CLEVELAND — Melania Trump sought to show husband Donald Trump's softer side on the first night of the Republican Convention, a jarring contrast with a raft of other speakers who described a violent America besieged by crime, illegal immigration, and corruption.
Melania Trump's speech was widely praised at first, but was marred by plagiarism charges after observers pointed out a section on family values strongly resembled a similar passage from Michelle Obama's 2008 convention speech — almost word for word at points.
Donald Trump himself made a surprise appearance to introduce "the next First Lady of the United States," his third wife and an accomplished former model and jewelry designer who emigrated from Slovenia.
Mrs. Trump avoided personal stories about their courtship, relationship, and family life, but described Trump as a loyal husband, father, and boss who was more empathetic than he appeared.
"He's tough when he has to be, but he's also kind and fair and caring," she said. "This kindness is not always noted but it is there for all to see."
She said his vision for America, which is frequently accused of exploiting white resentment, included prosperity for "Hispanics and African Americans and Asians and the poor and the middle class."
In a heartwarming moment, she led the crowd in cheering former Senator Bob Dole, the only former Republican presidential nominee attending the convention this week.
Mrs. Trump's gracefully delivered speech was a rare light note in an otherwise intense night filled with dark depictions of America and calls for Democratic nominee Hillary Clinton to be prosecuted and jailed.
The slogan of the night was "Make America Safe Again" and convention speakers offered a long list of dark scenarios that they warned only Trump could prevent.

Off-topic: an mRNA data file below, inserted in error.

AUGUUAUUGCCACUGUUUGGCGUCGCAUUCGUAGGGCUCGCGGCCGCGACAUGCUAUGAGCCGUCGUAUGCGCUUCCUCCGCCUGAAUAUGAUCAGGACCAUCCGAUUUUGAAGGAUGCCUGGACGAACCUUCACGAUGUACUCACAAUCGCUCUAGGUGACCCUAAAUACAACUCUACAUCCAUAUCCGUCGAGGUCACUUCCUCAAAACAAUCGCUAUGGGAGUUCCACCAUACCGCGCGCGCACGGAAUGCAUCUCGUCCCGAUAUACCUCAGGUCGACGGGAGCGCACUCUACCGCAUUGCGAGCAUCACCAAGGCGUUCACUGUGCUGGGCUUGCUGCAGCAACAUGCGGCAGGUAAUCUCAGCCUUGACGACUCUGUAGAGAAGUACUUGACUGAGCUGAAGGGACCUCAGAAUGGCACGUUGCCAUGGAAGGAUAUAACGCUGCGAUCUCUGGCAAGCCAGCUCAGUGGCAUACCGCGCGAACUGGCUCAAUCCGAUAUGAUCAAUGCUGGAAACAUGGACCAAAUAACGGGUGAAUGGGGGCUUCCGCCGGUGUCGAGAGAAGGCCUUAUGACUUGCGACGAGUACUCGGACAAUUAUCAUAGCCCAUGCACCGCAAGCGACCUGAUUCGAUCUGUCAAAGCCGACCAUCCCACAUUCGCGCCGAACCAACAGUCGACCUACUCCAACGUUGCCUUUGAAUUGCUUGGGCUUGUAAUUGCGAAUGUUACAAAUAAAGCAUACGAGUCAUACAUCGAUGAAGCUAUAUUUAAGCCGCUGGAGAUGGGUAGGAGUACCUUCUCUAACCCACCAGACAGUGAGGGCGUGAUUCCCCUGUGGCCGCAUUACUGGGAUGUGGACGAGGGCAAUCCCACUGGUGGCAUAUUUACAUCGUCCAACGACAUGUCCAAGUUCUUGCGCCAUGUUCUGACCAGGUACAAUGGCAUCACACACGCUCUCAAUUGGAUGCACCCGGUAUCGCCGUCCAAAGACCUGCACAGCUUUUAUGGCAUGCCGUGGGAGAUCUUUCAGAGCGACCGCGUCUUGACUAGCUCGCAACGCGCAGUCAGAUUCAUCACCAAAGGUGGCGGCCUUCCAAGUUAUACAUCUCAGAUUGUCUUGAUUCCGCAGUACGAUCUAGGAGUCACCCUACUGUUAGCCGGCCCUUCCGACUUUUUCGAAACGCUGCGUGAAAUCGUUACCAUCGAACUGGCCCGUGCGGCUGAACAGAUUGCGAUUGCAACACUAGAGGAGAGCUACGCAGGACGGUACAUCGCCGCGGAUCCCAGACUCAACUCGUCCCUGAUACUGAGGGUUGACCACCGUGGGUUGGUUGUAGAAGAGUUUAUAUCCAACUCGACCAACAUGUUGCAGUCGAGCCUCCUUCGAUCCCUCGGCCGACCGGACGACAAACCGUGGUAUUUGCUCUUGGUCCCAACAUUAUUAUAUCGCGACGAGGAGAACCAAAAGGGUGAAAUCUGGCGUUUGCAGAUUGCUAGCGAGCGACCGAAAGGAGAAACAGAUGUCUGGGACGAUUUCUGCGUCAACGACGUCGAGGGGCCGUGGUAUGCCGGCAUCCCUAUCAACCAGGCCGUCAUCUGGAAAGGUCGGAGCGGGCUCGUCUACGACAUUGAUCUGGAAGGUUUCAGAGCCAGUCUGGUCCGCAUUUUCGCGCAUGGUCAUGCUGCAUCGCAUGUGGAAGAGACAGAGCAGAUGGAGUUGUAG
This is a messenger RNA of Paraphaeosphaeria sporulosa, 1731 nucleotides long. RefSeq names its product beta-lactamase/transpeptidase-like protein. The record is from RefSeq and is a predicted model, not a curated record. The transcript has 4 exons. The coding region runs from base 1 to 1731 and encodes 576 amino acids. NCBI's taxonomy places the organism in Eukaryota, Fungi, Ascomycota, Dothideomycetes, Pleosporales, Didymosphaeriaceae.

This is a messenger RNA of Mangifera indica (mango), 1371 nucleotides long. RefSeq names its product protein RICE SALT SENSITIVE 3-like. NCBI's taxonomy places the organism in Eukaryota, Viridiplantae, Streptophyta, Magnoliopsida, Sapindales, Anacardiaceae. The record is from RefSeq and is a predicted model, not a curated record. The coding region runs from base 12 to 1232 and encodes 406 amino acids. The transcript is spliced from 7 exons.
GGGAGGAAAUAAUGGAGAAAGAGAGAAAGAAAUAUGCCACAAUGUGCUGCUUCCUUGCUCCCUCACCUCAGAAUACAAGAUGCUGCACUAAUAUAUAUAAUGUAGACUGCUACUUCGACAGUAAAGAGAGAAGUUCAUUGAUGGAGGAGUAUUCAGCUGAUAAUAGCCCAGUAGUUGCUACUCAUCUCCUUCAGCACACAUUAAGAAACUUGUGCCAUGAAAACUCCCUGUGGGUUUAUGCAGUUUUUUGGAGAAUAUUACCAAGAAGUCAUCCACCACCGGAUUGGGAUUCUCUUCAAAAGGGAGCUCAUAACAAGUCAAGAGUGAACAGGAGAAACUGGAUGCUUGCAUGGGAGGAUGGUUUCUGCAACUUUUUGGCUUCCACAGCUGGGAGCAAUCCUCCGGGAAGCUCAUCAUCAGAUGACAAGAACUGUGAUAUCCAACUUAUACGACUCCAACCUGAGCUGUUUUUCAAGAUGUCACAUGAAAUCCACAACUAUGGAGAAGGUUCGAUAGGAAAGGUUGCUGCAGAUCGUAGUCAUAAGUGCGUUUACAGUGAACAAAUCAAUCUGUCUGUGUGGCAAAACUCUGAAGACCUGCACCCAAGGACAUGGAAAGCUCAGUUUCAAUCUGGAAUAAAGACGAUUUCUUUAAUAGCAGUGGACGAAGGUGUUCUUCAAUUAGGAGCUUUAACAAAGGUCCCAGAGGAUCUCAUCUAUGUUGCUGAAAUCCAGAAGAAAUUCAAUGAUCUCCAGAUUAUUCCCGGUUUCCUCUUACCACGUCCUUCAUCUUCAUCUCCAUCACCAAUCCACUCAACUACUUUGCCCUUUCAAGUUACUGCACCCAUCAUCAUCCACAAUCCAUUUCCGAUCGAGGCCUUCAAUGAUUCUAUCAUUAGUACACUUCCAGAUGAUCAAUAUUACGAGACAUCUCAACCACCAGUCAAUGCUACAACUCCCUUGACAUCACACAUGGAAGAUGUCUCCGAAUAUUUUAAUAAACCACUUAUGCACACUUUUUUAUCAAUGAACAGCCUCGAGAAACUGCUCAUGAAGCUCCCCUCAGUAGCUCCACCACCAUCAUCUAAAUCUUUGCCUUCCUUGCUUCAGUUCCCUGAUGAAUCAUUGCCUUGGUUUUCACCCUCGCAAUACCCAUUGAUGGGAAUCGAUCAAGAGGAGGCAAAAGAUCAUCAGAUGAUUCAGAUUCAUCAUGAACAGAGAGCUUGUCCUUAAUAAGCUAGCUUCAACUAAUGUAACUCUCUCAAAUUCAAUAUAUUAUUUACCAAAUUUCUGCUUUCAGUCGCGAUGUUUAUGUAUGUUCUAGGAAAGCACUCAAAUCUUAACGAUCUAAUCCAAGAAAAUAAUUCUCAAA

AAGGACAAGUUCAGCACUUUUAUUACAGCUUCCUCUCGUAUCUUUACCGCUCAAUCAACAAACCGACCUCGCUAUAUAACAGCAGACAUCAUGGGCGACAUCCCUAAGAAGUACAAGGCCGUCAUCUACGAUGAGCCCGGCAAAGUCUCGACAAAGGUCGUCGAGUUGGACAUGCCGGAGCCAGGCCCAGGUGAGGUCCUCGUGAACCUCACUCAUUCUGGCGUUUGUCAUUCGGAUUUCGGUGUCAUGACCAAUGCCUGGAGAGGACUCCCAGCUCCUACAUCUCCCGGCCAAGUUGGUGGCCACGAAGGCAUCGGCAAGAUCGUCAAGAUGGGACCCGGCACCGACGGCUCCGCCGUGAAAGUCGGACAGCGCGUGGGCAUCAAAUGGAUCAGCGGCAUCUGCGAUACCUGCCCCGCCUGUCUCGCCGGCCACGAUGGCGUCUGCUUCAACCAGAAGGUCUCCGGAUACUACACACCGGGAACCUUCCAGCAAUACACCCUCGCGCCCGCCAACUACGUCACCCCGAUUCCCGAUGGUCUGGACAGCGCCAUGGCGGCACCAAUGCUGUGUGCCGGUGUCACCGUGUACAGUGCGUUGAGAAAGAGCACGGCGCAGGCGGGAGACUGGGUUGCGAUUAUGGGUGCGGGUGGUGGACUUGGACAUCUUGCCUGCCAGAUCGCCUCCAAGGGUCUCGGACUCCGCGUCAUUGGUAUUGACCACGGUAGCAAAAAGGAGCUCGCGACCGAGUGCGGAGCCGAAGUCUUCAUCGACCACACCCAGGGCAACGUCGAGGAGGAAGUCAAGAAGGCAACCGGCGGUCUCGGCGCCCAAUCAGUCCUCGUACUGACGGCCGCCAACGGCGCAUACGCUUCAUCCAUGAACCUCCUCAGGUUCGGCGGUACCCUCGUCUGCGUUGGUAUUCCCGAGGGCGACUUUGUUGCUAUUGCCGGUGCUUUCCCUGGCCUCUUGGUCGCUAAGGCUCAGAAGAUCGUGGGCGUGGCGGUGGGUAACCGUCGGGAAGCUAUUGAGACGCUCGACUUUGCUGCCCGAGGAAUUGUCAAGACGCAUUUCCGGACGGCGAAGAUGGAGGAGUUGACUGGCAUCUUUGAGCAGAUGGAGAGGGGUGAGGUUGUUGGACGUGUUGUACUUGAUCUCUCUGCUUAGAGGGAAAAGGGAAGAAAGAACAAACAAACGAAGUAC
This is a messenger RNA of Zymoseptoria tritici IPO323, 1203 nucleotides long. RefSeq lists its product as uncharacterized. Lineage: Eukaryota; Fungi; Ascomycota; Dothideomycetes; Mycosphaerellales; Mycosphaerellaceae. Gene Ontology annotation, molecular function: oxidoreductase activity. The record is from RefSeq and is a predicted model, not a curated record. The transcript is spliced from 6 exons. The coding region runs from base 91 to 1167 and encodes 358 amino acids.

Full Coverage: The GOP Convention Is Underway in Cleveland
The tone was influenced by a trying month that featured two high-profile police shootings and two deadly attacks on police that left five officers dead in Dallas and three officers dead in Baton Rouge. A man driving a truck killed 84 people in Nice last week, just over a month after a gunman killed 49 people at a gay club in Orlando.
Former New York Mayor Rudy Giuliani delivered the best-received speech of the night, an impassioned address warning of threats from Syrian refugees, illegal immigrants, and crime.
"There's no next election: This is it," Giuliani said. "There's no time left for us to revive our great country."
Much of the first hour was devoted to the September 11, 2012 attack on Benghazi. A number of speakers blamed then-Secretary of State Clinton for failing to prevent the attack on the compound and for not acting decisively to stop it once it began.
"I blame Hillary Clinton personally for the death of my son, that's personally," Pat Smith, whose son Sean Smith was killed that night, told the audience in an emotional speech. Smith added that Clinton "deserves to be in stripes."
Multiple investigations into the attack, including a recently released report by the House Select Committee on Benghazi, found security failures but did not hold Clinton responsible for wrongdoing.
Retired Lt. Gen. Michel Flynn, who Trump considered as a running mate, addressed a mostly deserted arena as the audience emptied out of the stands once Mrs. Trump finished her remarks and never returned.